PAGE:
August 29, 2008
Networks Fail in Political Reality Coverage of Convention
By Dusty Saunders
The executives of the broadcasting networks should be embarrassed.They failed to cover, live, a Monday night event that could be one of the defining moments of the Democratic National Convention.
At 7:15 p.m., Caroline Kennedy spoke in emotional terms about her uncle before introducing a 10-minute documentary tribute.
On cue, at 7:30 p.m., Sen. Ted Kennedy, fighting brain cancer, strolled onto the podium and amid cheers began an impassioned, cogent, 8-minute speech.
CNN analyst Jeffrey Toobin called Kennedy's performance "an important moment in American political history."
An overstatement? Perhaps.
But I think even Sen. John McCain's supporters would agree Kennedy's appearance provided the jolt the Democratic Convention needed.
Millions of viewers saw Kennedy on PBS, CNN, Fox News and MSNBC.
Prime-time convention coverage on ABC, CBS and NBC began at 8 p.m. with the networks providing commentary and a tape replay.
But they failed to cover an important live event, which is what modern-day television is all about.
Do you think Charles Gibson, Katie Couric and Brian Williams were grinding their teeth in frustration?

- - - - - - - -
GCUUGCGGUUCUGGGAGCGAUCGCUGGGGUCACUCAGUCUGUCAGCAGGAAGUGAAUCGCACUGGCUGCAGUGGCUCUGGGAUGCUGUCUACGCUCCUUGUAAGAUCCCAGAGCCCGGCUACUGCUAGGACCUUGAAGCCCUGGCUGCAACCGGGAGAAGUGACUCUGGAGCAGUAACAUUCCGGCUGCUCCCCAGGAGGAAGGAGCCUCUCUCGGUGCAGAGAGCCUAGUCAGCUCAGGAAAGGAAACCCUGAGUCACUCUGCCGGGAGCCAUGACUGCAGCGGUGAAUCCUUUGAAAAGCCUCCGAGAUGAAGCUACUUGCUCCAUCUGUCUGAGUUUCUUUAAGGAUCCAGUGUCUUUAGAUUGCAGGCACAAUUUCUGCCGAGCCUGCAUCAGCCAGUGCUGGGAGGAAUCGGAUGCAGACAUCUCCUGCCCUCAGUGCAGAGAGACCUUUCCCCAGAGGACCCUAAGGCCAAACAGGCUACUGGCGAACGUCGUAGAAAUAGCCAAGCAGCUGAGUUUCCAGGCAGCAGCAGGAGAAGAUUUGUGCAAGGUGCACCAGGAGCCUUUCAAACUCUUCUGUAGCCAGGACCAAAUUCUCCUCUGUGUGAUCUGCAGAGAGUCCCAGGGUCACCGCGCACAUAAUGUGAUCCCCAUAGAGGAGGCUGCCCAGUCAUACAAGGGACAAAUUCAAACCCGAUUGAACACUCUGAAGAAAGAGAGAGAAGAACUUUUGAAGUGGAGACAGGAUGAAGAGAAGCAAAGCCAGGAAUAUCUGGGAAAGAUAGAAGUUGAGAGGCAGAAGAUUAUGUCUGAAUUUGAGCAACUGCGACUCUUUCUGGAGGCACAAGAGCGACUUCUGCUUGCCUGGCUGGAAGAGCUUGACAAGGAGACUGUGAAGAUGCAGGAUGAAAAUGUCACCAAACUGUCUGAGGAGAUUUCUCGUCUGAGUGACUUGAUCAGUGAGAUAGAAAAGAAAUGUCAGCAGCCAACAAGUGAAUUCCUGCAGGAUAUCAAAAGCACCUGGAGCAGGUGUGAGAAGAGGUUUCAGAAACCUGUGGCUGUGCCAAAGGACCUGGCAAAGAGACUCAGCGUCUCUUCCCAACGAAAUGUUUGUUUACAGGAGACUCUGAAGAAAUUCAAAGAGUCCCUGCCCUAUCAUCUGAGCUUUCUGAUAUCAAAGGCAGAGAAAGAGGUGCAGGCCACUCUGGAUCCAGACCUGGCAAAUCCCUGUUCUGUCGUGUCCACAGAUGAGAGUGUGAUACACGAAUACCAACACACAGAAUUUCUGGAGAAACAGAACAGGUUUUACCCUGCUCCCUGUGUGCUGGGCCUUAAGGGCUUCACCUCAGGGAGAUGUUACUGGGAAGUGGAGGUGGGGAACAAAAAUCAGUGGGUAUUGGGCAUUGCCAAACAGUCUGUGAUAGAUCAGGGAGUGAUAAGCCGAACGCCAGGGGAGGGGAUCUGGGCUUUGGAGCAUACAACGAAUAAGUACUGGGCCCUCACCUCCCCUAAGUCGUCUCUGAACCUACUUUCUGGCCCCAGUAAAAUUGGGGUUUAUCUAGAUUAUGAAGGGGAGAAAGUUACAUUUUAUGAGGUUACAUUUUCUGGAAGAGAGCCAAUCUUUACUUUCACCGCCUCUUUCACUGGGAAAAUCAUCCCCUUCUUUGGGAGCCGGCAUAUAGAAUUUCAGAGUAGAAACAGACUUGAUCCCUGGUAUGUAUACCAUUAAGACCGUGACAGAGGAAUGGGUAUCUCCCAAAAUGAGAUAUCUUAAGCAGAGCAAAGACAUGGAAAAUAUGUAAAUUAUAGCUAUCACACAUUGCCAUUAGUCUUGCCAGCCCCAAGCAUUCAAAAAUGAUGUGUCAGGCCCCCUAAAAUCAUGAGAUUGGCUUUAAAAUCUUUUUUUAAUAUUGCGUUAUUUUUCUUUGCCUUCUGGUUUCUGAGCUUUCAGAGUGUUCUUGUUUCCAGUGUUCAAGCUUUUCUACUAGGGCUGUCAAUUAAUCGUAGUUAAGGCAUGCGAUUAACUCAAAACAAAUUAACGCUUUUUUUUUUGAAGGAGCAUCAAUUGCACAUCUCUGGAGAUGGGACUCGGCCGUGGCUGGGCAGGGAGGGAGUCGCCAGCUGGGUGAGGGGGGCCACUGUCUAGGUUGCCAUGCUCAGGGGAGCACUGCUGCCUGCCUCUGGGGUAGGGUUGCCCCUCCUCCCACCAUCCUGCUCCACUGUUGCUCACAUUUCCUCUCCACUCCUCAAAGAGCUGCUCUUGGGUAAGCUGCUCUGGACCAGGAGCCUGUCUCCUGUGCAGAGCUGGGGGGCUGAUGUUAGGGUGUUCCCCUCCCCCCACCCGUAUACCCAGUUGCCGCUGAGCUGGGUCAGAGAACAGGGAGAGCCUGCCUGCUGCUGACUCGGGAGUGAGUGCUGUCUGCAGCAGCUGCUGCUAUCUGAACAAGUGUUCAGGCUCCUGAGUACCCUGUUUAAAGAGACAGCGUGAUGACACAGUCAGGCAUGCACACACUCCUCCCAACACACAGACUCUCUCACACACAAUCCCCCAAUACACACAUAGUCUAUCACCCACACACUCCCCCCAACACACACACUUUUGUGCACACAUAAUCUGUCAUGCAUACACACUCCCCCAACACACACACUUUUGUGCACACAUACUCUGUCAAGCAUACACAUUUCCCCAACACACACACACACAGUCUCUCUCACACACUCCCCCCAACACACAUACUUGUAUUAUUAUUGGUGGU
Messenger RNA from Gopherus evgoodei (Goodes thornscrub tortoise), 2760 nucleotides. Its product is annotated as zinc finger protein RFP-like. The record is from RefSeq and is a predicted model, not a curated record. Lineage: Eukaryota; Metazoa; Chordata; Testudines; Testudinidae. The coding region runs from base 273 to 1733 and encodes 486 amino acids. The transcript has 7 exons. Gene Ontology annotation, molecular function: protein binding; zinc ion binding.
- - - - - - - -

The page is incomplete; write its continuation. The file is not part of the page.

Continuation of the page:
The three broadcast networks determined months ago they would devote only a nightly hour (8 p.m. locally) to convention coverage unless something newsworthy happened. Such a philosophy has been in place since the 1996 conventions.
Well, something newsworthy happened while the networks were airing a sitcom rerun and so-called "reality" shows.
Reality was happening at the Pepsi Center.
Wouldn't it have been a gutsy, refreshing decision if CBS, for example, had interrupted How I Met Your Mother and then took viewers live to Denver?
And the networks wonder why other broadcasting venues and the Internet are making increasing inroads into their audience ratings.
The rest of the evening offered predictable opening-night convention viewing.
Prime time coverage began at 6 p.m. on cable and PBS.
If political junkies had active thumbs they saw numerous politicos and heard a lot of opinion.
CNN, MSNBC and PBS covered the live introduction to former President Jimmy Carter at 6:15 p.m. Not surprisingly, Bill O'Reilly's Fox News show stuck with its regular format, centering on an interview with correspondent Griff Jennings, who relived his Sunday conflict with demonstrators.
The 8 p.m. hour was mostly devoted to a profile of Michelle Obama, her speech and a satellite "family" visit from Kansas City by Barack Obama.
Originally published by Dusty Saunders, Rocky Mountain News.
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